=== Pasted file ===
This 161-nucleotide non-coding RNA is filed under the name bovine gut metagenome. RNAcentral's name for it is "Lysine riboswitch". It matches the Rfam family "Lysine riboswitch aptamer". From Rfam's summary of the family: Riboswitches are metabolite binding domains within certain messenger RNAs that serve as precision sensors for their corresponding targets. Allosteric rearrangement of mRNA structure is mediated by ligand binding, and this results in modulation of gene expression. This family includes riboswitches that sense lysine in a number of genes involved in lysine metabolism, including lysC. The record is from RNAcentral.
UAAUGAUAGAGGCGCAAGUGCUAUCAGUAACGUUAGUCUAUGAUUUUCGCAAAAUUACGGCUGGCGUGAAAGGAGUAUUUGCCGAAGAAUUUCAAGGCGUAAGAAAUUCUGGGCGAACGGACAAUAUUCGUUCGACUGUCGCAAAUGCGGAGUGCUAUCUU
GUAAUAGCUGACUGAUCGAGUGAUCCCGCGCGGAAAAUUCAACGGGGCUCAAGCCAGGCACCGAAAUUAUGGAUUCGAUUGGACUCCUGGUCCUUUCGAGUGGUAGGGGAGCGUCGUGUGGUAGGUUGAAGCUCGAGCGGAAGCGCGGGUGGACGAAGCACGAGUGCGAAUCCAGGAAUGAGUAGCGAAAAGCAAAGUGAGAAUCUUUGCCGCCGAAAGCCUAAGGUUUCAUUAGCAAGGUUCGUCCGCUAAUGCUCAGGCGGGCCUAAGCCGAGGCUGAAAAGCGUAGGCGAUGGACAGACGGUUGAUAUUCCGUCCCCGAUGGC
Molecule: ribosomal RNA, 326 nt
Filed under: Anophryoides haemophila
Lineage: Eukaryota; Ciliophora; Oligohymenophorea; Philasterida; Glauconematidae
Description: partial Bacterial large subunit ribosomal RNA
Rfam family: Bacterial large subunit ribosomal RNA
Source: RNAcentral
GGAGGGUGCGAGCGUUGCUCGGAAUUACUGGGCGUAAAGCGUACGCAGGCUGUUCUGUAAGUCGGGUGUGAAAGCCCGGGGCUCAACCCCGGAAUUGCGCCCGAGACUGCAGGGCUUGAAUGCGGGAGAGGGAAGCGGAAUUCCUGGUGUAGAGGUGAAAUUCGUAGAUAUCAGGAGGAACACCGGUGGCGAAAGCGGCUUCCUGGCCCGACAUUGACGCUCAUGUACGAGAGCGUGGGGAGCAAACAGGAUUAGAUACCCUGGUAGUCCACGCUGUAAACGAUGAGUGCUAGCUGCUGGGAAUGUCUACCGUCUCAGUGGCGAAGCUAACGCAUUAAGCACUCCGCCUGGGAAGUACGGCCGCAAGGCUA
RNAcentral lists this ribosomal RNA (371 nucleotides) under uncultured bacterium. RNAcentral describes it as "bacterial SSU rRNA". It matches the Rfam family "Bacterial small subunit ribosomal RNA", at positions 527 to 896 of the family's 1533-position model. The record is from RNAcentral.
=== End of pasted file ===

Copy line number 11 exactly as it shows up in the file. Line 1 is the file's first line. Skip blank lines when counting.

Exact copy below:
RNAcentral lists this ribosomal RNA (371 nucleotides) under uncultured bacterium. RNAcentral describes it as "bacterial SSU rRNA". It matches the Rfam family "Bacterial small subunit ribosomal RNA", at positions 527 to 896 of the family's 1533-position model. The record is from RNAcentral.